I don't know about you, but I use skinny ropes because they feed better and pack down smaller than fattys. Weight isn't the hugest concern, and I have my Infinity for multipitch


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By bearbreeder
Oct 30, 2013

redlude97 wrote:
I don't know about you, but I use skinny ropes because they feed better and pack down smaller than fattys. Weight isn't the hugest concern, and I have my Infinity for multipitch


my 10.2mm tendon ambition feeds much better than my 9.5mm infinity in grigris and smarts

diameter is only one part of the equation of how a rope feeds ... anyone who has handled a slick beal/tendon 10.2 or a 10mm elderid python vs a stiff mammut tusk 9.8 can tell ya that

;)


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By Mike Belu
From Indianapolis, IN
Oct 30, 2013
Summit of Rainier.

deals.mountainproject.com/deals/climb/Ropes/3400655

This has been a good, affordable rope for me so far. Save the $,and get some draws or a cam or two.


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By Murdo
Oct 30, 2013

I have a Tusk, and while it is a really really durable rope it is also heavy and still stiff after 3 years of use. Have even hauled with it on big walls. Nothing will soften it up.


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By Ian Cavanaugh
Oct 30, 2013

in my experience the Tusk is a price point rope. It doesnt handle well, it is heavy and in my experience it is not durable at all. I destroyed the sheath in less than three months and then got a core shot in the middle. There was nothing I liked about that rope and would not recommend it to any one.
The infinity is a great rope but still on the stiff side. Mammut's tend to also have a higher impact force and lower dynamic elongation than other ropes of the same diameter. For me those are the two most import attributes to a rope. along with the general feel and handling. For me Sterling and Beal are the two best ropes on the market. I have had mammuts before and liked them but they lose out in the handling category.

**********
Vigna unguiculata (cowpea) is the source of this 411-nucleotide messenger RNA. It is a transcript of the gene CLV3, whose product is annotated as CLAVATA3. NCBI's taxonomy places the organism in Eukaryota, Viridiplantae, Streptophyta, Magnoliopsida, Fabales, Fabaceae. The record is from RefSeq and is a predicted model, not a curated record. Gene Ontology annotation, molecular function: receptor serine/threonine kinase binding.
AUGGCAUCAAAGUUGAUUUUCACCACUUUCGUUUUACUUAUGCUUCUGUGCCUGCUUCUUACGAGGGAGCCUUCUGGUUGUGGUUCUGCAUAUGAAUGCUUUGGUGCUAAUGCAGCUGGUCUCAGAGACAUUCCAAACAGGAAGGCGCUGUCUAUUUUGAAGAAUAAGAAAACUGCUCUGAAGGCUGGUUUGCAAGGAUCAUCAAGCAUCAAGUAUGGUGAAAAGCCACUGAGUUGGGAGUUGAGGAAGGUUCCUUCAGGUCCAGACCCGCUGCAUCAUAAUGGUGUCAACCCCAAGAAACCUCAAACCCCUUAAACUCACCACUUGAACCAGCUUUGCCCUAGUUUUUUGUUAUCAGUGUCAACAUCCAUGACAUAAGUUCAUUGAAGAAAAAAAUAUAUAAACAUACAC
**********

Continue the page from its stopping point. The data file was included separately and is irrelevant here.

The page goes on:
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By Dave Alie
From Golden, CO
Oct 30, 2013
Photo Credit: The talented Pete Garceau

Having owned two Tusks and one Infinity, I would have to strongly recommend the Tusk over the Infinity considering the circumstances outlined by the OP. My anecdotal experience with the Tusks (which may be outdated since both those ropes are several years old at this point) is very much in line with what is being said here: they're heavy, stiff, and don't handle nearly as well as many other ropes. That said, both of mine were absolute work horses and I still use them regularly. I've beaten the hell out of them nearly constantly for years.

For this reason, coupled with the fact that you can seemingly always find a good deal on them somewhere, I think they make good starter ropes. The infinity is a fantastic rope and might be a worthwhile option a bit later on but it seems that if you're going trash a rope you might as well get one that will stand up to that abuse better, especially if you can save some money in the process.

Gym use in particular isn't the best use of high end goods, in my opinion. I've slowly come to the realization that it's worth having a $30 pair of cheap gym shoes to work out in, thereby saving the rubber on my outdoor shoes for when I'm on actual rock. Ditto for ropes. Indoors, or for navigating the learning curve, the cheaper the better.


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By Baumer
From Boulder, CO
Oct 30, 2013
Easy Lieback

Having owned both the Tusk and Infinity, I would absolutely pay the extra money for the latter.